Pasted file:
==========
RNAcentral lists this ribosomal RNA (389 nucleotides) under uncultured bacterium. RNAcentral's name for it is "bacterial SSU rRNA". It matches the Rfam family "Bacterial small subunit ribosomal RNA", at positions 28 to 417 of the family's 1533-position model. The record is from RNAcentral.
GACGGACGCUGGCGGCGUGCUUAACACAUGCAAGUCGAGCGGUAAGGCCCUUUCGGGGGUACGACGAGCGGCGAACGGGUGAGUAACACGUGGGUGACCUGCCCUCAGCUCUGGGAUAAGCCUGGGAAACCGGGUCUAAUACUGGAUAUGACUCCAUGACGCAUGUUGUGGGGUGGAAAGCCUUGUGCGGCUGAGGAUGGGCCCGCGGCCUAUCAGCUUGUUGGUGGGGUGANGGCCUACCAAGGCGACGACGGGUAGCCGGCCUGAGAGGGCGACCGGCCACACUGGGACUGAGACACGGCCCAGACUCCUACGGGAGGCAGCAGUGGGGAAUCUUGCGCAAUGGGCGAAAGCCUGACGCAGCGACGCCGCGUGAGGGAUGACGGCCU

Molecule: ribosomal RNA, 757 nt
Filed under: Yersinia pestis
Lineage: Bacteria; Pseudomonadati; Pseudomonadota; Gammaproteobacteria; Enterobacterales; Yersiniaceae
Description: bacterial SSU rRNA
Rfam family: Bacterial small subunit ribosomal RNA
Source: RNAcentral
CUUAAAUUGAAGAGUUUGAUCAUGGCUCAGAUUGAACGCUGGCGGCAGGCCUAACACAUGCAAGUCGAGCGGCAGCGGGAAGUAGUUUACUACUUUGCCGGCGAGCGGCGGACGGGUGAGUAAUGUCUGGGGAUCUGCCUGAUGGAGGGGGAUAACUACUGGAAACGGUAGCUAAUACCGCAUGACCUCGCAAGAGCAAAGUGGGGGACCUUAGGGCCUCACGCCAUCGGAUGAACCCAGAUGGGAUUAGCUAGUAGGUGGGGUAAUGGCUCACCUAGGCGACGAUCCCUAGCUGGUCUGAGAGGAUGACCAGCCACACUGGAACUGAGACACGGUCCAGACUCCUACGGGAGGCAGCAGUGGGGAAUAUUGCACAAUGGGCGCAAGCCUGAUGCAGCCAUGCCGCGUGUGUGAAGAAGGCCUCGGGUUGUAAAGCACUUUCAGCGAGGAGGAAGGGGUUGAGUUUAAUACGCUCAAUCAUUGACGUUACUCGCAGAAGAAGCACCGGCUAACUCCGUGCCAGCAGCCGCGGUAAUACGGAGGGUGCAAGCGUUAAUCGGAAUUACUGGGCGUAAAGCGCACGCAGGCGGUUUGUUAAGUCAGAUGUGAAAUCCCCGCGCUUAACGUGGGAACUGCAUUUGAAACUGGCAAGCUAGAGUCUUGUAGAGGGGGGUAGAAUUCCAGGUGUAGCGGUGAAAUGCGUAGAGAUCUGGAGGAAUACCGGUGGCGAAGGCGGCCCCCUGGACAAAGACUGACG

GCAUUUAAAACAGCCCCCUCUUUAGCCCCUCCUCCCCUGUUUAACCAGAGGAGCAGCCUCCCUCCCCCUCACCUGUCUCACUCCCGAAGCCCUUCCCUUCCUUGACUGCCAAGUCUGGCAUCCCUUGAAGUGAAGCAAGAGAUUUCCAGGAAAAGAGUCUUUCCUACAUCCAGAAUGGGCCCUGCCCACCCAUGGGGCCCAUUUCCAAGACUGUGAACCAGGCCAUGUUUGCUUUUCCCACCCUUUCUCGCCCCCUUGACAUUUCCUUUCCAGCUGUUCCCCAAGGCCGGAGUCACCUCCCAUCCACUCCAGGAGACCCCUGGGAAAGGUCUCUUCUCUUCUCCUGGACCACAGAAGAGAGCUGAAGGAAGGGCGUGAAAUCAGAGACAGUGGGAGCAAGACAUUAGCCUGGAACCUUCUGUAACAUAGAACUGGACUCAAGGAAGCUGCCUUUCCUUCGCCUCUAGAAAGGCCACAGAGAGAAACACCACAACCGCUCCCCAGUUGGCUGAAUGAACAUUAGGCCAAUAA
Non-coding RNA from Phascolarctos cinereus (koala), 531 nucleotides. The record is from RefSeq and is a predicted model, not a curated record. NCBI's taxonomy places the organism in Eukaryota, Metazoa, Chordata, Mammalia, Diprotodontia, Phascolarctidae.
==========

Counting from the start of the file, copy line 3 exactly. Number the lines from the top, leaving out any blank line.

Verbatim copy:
Molecule: ribosomal RNA, 757 nt